As an example, if the rebased cost as at 31 March 1982 was valued at £600,000, and the overage valued at £800,000, then each sister’s tax computation would be as follows:

Following this, one of the sisters then executed a Deed to transfer the beneficial ownership of the overage to her adult child. This is simply a gift of a capital asset (albeit an intangible capital asset), despite the value of the asset being charged to income tax under Part 9A. Importantly, the fact that it was charged to income tax does not change the nature of the asset itself; rather, it remains capital in nature. The base cost of the intangible asset will be the amount charged to income tax on initial disposal of the land.

Thus, a gift made to daughter will be treated as a disposal chargeable to CGT. As a mother and daughter are ‘connected persons’ under TCGA 1992, s 286, the proceeds received by mother on the gift will be deemed to be equal to the market value of the overage per TCGA 1992, ss 17 and 18. As this gift has taken place very shortly after the disposal of the land, the likelihood the value of the overage will not have changed and the proceeds will equal cost, hence the disposal will not create a chargeable gain nor loss.

Inheritance tax on gift of the ‘chose in action’

From an Inheritance Tax (“IHT”) perspective, the gift will be a Potentially Exempt Transfer (“PET”), meaning that mother would need to survive at least 7 years from the date of the gift for it to fully escape the scope of IHT.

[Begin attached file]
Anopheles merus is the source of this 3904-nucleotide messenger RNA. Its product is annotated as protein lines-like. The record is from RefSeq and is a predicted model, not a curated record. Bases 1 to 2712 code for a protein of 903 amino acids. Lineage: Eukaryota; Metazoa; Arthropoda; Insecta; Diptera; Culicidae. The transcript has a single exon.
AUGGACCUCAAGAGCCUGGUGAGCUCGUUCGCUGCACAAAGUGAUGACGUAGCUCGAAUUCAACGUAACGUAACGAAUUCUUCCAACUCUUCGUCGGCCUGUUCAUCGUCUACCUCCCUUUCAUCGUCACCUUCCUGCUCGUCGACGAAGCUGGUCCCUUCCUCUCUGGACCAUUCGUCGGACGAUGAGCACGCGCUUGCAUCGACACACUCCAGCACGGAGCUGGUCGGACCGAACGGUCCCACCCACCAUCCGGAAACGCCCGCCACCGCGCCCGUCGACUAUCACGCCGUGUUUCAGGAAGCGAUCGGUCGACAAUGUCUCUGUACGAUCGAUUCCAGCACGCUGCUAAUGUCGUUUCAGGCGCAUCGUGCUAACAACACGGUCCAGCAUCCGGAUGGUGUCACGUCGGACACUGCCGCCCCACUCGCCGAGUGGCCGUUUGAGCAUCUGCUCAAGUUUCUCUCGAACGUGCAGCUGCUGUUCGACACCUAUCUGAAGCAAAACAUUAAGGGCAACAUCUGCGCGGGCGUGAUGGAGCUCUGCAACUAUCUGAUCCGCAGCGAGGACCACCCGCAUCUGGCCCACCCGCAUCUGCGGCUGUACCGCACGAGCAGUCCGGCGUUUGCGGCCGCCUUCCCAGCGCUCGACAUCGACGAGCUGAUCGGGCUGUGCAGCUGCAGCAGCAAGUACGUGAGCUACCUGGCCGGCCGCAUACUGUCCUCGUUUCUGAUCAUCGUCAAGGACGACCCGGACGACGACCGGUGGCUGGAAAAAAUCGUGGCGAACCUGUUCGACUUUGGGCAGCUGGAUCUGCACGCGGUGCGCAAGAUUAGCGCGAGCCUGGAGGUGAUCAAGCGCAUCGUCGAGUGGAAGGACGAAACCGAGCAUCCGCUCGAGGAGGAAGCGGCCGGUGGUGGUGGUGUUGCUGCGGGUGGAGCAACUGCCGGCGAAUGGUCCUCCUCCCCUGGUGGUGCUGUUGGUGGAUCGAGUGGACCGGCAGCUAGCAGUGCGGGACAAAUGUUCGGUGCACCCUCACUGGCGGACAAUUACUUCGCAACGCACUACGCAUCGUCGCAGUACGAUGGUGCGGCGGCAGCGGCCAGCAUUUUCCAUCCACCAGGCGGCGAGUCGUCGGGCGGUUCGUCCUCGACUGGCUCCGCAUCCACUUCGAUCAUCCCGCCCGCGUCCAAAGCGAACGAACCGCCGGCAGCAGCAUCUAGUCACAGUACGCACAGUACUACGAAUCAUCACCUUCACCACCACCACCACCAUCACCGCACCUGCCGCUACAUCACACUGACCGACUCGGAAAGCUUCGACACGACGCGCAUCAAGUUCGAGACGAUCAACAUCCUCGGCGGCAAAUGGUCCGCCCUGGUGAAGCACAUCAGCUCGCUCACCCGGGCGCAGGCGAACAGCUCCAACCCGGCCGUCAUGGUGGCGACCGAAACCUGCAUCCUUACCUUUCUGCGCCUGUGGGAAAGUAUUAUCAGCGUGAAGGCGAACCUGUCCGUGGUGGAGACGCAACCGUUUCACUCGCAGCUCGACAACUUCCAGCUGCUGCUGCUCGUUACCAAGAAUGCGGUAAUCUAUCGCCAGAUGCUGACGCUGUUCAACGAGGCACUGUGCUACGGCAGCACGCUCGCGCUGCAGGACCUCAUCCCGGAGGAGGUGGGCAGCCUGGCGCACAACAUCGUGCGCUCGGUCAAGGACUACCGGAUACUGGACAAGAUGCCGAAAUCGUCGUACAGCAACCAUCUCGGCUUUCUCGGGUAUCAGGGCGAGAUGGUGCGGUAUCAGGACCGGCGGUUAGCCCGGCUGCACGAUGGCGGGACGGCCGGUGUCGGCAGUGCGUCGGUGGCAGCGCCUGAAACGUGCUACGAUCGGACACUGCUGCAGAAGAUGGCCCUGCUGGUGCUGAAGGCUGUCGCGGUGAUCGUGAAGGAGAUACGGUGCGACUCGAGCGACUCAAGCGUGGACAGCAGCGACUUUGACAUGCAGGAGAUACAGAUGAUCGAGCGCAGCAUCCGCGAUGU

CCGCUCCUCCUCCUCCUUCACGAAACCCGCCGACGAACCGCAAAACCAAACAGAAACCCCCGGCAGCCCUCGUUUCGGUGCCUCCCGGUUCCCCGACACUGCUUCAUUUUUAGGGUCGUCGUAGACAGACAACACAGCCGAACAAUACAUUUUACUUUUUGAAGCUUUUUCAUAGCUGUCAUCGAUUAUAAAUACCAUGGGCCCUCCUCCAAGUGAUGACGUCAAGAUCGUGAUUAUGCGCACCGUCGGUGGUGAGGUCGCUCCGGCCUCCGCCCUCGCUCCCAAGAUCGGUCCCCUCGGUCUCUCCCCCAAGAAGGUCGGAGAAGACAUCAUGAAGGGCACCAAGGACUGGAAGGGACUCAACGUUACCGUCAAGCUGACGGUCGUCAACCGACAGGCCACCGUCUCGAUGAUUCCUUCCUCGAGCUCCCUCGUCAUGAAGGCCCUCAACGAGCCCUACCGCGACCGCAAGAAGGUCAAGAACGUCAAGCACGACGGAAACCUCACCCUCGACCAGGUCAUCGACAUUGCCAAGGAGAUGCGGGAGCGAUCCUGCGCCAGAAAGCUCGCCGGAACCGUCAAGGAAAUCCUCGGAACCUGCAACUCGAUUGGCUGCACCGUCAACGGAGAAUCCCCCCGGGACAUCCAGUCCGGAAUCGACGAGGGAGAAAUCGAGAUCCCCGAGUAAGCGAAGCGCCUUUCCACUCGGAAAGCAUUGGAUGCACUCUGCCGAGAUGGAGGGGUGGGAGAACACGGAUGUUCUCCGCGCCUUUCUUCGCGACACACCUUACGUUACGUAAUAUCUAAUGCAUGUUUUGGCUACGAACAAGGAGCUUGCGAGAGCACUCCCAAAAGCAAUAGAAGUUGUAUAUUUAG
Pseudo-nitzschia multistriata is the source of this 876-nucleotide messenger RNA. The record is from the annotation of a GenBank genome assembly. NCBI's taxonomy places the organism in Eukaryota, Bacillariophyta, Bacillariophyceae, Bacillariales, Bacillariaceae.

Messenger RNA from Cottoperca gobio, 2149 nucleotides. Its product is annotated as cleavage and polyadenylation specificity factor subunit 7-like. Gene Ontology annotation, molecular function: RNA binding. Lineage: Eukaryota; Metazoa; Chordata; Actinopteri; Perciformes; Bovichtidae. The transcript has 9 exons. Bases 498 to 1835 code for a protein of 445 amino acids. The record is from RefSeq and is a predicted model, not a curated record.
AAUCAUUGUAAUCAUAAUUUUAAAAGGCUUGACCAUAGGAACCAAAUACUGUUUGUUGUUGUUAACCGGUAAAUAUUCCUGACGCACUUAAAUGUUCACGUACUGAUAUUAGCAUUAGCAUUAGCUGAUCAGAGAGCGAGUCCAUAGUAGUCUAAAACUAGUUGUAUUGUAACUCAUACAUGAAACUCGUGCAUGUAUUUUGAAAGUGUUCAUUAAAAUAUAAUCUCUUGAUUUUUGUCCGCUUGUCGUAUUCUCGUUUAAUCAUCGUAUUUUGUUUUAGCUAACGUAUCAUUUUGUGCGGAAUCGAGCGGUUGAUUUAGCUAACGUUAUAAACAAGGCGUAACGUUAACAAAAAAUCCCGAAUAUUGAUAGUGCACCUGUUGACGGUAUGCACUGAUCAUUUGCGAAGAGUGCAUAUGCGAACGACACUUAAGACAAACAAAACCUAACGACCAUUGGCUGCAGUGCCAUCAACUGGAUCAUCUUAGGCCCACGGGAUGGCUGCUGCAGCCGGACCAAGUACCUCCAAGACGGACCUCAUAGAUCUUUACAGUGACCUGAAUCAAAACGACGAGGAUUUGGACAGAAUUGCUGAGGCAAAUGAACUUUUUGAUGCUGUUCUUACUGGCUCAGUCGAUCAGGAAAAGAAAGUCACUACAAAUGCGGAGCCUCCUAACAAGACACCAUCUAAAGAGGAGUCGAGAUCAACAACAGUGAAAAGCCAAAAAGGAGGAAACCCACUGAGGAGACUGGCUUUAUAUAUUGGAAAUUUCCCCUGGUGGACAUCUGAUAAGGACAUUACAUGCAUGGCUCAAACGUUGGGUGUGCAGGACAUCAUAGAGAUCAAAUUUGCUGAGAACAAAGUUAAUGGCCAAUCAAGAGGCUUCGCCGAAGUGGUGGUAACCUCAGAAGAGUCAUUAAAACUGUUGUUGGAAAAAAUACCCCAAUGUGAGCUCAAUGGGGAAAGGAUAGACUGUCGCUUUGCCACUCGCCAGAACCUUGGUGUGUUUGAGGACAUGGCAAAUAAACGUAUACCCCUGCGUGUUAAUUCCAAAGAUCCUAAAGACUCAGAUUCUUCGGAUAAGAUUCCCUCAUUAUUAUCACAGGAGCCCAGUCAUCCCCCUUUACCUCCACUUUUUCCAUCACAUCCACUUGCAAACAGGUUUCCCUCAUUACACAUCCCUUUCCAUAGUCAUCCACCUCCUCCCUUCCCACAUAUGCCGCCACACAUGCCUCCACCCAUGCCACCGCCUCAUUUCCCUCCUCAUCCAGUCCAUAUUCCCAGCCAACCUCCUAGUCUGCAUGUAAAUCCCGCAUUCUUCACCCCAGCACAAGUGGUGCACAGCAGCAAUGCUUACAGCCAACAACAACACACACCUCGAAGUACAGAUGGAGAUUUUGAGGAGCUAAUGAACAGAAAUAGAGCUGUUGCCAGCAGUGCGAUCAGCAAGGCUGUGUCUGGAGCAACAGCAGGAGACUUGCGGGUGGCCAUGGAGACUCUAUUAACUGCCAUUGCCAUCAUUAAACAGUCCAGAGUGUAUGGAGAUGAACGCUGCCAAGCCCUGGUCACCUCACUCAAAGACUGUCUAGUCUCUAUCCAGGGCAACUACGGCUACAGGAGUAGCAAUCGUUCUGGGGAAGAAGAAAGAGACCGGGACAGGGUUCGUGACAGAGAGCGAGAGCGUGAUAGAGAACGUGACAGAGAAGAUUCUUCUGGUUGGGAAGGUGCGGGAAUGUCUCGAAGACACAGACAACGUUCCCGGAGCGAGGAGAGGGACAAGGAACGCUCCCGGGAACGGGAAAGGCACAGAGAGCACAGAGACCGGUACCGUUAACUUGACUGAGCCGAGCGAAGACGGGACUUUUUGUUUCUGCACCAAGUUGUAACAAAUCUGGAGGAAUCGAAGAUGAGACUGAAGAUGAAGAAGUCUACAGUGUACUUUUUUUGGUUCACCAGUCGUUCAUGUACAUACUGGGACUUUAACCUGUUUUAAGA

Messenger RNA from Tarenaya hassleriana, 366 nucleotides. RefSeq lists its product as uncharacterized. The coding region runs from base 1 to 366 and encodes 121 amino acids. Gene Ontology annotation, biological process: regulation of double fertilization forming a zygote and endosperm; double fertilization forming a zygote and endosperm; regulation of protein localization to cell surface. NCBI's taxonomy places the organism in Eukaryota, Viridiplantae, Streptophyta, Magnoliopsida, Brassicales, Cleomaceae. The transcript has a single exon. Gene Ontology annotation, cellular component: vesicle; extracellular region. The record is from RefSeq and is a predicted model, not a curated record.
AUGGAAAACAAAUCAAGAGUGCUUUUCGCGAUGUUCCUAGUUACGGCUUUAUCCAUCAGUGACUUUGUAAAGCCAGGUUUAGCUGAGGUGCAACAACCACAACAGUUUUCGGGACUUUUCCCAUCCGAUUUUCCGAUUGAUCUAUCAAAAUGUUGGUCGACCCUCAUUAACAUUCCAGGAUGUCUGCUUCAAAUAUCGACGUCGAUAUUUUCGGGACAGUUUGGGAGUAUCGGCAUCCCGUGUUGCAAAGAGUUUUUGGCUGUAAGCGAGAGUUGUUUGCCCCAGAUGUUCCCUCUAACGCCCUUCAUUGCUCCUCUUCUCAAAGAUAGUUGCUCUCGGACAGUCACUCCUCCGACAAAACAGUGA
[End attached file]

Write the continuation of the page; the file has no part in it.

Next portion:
Future disposal of the ‘chose in action’

If the value of the overage is later ascertained and proceeds from it are received, there will be a disposal or part-disposal of the intangible asset that takes place. The disposal will be chargeable to CGT in the tax year that the disposal or part-disposal takes place. In this case, the ordinary rules for unascertainable deferred consideration apply; i.e. any gain will be chargeable to CGT at a rate of 10% or 20%, and any loss may (where the conditions are met) by election under TCGA 1992, s 279A be carried back and treated as offset against the initial chargeable gain that arose on disposal of the land. A loss will arise if either the right extinguishes, or the proceeds paid on its disposal are less than its initial value.

An election to ‘carry back’ the loss won’t be possible for the daughter who received the overage right as a gift, as one of the requirements for an election is that the person who disposed of the original asset (i.e. the land) must also be the person disposing of the overage rights. However, it should remain possible for the sister who retains the right to the overage, assuming she is still alive and chargeable to capital gains tax at the date of its disposal/part-disposal. The effect of the election would be to reduce the individual’s capital gains tax liability on the initial disposal of land; i.e. the CGT due in respect of the £3.5 million cash consideration only. It cannot reduce the charge to income tax paid in respect of the overage right.

Reporting Requirements

CGT on UK property return

A 60-day CGT on UK Property return will not be required, as the land is non-residential in nature, and the vendors are both UK resident individuals.

Post transaction valuation check

Given the potentially contentious nature of the ‘chose in action’ valuation, one may be tempted to request a Post Transaction Valuation Check from the HMRC Shares and Assets Valuations (SAV) team, by submitting a completed Form CG34 with the appropriate attachments. However, given the receipt of the ‘chose in action’ creates a charge to income tax rather than capital gains tax, it is unlikely that HMRC would accept such as request, as they state at CG16600: